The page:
He crossed the line from barely civil to deliberately snotty. “Sirrrrr! We aren’t going anywhere,” followed by loud remarks, intended for me, to a passing stew: “He wants his change. Hey, the ATM’s broken.” Clever little wunx.
He knew he could get away with it. This is the operating principle of the domestic air-transport business: You can get away with it. Lousy food, late arrivals, missed connections, surliness, gouging. These engaging traits once characterized Aeroflot, but they’ve migrated.
The preponderance of power lies with the airlines, and they know it. Any remonstrance and they can make an air-rage beef out of it and you miss your next flight. They figure the public has no recourse.
Finally, DFW. I needed to make the connection because people were waiting for me in Guad. But with American, making a connection doesn’t really help. My next flight, AA 1401, couldn’t leave because they couldn’t find the pilot. So help me. No pilot.
Why not? Was he hung over? Still drunk? Couldn’t find the airport? Didn’t feel like working? In a lineup at the local precinct? Who knows?
Perhaps American will think I’m being too demanding — another sorehead customer. Maybe they are right. Maybe it is unreasonable to expect airlines to provide certain things: ant farms, say, or the Bhagavad Gita in Swedish, or a Faberge egg, or a pilot. I mean, how could American predict that it might need a pilot?
We sat, and sweated, and sat. Finally they told us that they had found a pilot, but that he was on another airplane. How very useful.
Either they can’t staff their aircraft, or just don’t care. It doesn’t have to be this way. Used to be, flying United out of Dulles to the Far East, I always actually flew All Nippon Airways, which code-shared with United. ANA amounted to a major upgrade. Seats were larger, the food was great, the flight attendants hadn’t recently graduated from prison-matron school, and they didn’t try to gouge you for after-dinner cordials or a stray brew.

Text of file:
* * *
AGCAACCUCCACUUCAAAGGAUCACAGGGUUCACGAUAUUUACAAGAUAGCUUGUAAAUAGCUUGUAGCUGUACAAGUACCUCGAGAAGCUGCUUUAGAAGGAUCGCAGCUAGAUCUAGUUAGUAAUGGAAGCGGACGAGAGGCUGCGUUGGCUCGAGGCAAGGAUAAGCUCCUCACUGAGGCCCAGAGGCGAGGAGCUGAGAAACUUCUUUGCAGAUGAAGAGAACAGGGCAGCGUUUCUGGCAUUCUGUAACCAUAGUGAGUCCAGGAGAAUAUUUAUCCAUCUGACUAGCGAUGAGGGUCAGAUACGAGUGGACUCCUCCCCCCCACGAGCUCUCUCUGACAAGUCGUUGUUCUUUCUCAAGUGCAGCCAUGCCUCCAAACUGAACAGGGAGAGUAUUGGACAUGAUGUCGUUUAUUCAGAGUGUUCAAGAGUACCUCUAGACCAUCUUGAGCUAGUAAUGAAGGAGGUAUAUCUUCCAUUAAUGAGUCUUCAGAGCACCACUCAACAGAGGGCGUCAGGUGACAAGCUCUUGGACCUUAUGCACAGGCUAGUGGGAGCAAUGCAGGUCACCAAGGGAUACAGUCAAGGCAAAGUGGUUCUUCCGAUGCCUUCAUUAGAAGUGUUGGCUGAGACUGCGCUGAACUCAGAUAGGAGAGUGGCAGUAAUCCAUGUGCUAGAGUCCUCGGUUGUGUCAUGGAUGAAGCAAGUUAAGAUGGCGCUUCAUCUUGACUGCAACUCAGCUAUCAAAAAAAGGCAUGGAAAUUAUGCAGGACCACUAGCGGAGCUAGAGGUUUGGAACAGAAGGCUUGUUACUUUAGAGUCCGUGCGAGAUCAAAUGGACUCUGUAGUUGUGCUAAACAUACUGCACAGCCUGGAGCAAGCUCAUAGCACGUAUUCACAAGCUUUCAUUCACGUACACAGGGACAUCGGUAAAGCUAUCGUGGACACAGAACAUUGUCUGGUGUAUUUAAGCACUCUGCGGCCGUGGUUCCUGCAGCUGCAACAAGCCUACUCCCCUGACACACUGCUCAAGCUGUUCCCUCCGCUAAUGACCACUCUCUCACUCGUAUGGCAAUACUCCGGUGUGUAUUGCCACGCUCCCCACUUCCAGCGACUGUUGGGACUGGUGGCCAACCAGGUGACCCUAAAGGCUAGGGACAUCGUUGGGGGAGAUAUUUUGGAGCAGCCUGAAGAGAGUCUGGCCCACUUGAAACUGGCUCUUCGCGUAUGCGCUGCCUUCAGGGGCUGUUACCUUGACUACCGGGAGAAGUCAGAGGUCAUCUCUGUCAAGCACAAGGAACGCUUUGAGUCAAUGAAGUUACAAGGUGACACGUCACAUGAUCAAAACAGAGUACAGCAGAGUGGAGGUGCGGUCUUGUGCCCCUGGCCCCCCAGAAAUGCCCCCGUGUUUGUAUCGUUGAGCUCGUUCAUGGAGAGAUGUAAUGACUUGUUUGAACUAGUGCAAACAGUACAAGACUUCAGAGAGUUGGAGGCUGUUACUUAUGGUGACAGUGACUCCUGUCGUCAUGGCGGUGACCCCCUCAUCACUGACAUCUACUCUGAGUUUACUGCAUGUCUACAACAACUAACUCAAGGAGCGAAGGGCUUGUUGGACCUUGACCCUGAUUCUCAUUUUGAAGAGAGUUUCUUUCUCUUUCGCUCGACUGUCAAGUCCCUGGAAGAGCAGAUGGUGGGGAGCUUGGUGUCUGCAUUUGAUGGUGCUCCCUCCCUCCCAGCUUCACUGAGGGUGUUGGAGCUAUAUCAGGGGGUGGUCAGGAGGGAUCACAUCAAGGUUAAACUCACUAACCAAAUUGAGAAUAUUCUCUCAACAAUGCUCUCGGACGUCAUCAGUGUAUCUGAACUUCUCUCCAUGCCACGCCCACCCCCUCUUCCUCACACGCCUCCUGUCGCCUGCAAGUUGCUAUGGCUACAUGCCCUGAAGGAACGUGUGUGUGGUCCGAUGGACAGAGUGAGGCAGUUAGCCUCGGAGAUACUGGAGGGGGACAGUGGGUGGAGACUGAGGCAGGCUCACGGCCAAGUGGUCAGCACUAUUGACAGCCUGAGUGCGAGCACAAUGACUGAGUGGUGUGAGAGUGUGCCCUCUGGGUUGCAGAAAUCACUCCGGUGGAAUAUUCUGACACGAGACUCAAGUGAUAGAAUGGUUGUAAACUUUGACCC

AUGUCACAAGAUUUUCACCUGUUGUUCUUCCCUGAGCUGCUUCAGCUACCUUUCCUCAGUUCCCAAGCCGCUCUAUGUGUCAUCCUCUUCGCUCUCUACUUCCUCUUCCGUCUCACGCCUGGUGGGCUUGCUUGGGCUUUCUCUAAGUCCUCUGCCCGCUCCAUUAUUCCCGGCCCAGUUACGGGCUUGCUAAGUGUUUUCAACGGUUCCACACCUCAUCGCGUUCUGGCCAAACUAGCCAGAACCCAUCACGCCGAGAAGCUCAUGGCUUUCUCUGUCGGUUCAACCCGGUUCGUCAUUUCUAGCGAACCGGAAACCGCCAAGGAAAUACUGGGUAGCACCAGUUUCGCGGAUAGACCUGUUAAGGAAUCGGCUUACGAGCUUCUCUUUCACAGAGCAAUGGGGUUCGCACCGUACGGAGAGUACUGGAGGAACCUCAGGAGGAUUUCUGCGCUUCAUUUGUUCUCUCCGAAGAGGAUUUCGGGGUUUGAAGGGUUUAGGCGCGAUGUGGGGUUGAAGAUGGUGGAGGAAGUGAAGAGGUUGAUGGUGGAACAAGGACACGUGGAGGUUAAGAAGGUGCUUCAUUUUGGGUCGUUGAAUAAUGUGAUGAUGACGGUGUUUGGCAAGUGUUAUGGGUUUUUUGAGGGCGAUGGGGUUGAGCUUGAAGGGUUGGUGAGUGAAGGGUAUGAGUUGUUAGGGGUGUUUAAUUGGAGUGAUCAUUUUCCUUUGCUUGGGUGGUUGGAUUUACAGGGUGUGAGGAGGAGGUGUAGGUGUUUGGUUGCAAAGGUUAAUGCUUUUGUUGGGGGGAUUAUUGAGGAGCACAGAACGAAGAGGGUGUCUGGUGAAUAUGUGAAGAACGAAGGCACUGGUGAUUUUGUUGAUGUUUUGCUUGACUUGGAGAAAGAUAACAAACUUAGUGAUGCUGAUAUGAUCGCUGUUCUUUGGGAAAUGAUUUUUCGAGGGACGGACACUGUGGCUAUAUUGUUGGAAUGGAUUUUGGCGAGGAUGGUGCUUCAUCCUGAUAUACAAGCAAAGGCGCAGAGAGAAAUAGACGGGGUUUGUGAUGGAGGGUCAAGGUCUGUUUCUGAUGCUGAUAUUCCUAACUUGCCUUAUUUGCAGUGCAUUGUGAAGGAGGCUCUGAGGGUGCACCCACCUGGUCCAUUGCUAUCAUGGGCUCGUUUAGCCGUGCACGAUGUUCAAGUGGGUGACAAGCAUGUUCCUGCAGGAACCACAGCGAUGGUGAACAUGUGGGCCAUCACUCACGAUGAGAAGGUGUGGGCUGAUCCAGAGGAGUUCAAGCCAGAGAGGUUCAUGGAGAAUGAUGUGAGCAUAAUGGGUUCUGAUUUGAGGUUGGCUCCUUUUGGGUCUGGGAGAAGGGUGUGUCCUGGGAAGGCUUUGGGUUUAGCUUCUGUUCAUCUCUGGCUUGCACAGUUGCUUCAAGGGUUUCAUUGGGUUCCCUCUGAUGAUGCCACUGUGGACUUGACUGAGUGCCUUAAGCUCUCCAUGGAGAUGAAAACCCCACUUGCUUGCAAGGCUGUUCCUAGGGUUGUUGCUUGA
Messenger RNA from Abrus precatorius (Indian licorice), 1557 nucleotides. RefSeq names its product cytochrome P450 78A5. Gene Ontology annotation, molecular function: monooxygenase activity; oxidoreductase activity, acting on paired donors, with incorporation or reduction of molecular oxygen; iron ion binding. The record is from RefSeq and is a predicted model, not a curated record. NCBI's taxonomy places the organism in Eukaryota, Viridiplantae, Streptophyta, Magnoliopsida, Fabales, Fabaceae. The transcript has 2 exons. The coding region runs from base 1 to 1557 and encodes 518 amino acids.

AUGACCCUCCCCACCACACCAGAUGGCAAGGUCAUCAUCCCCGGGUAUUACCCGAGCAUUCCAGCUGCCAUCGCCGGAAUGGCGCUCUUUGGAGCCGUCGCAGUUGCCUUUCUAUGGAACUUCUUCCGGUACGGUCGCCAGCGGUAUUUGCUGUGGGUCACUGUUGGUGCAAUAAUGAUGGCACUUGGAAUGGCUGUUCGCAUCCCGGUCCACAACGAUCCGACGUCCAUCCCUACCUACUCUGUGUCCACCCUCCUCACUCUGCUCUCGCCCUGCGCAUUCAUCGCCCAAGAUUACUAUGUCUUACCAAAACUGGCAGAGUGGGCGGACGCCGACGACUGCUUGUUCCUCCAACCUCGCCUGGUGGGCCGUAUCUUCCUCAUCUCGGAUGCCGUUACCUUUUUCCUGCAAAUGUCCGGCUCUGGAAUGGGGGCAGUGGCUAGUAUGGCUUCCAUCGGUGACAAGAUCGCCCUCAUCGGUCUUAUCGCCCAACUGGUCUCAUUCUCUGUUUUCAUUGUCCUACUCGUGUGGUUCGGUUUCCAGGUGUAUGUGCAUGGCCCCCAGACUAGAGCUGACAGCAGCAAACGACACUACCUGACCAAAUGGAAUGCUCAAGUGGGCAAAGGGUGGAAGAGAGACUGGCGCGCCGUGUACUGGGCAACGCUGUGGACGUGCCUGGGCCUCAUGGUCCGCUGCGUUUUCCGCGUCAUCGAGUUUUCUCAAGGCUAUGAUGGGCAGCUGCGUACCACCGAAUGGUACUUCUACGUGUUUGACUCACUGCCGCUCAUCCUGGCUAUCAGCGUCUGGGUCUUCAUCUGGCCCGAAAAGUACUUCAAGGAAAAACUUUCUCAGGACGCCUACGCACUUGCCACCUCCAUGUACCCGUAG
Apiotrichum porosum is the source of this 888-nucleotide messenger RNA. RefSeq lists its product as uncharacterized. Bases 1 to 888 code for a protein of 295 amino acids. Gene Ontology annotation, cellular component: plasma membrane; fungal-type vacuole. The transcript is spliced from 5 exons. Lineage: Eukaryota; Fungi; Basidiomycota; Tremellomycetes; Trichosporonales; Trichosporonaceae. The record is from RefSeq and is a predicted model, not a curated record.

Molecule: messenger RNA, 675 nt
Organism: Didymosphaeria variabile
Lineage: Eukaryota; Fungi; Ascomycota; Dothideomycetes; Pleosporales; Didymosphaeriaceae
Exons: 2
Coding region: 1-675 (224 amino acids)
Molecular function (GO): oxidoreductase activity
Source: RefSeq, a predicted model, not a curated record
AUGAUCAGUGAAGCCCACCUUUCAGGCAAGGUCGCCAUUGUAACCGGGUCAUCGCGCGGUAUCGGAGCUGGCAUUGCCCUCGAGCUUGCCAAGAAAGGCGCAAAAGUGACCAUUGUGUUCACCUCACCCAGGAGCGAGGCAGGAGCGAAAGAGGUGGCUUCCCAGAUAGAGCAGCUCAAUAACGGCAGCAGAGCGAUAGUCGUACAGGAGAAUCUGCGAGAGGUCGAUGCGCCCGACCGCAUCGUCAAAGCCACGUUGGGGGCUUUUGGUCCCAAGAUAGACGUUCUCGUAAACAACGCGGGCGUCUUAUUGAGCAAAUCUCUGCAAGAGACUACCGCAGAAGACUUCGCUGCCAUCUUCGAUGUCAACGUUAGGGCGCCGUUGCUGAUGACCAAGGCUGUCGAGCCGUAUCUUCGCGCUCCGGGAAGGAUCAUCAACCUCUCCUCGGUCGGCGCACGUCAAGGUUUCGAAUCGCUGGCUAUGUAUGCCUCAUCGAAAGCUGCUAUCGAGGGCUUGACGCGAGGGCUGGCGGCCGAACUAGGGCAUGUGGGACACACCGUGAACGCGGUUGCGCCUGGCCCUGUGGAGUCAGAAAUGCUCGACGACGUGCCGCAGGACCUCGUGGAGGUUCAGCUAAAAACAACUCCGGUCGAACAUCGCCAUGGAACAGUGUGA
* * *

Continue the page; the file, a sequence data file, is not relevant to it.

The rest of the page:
Now, I know that American has not the slightest interest in me or anything I might possibly do. (Of course, they don’t know about the invisible plastic chain saw.) I fly only six or eight times a year, only two of those being long hauls to Asia. Business fliers are presumably American’s money. I don’t count. I know it. Still, what I did was call Claudia at my travel agency and tell her never, ever to book me on American, and always to choose a non-US airline when prices were close.
Nonetheless I note with delight that United Airlines went bankrupt (it’s as bad as American, except that it usually has pilots), and American teeters on the edge. I hope it drops. Companies that peddle a sorry product with wretched service and abrasive personnel desperately need extinction. I’ll celebrate with ribs and beer.
Would you go to a restaurant that couldn’t find its cook and waiters and got you your meal after leaving you in the parking lot for an hour and a half? Don’t do it. Fly foreign carriers outside the US — they’re better — and the econolines domestically when possible: JetBlue, AirTran, Southwest, Frontier. They’re all good. If you subsidize lousy performance, you get more of it. If second-rate airlines go out of business, tough. Splendid, in fact.
Fred Reed [send him mail] is author of Nekkid in Austin: Drop Your Inner Child Down a Well.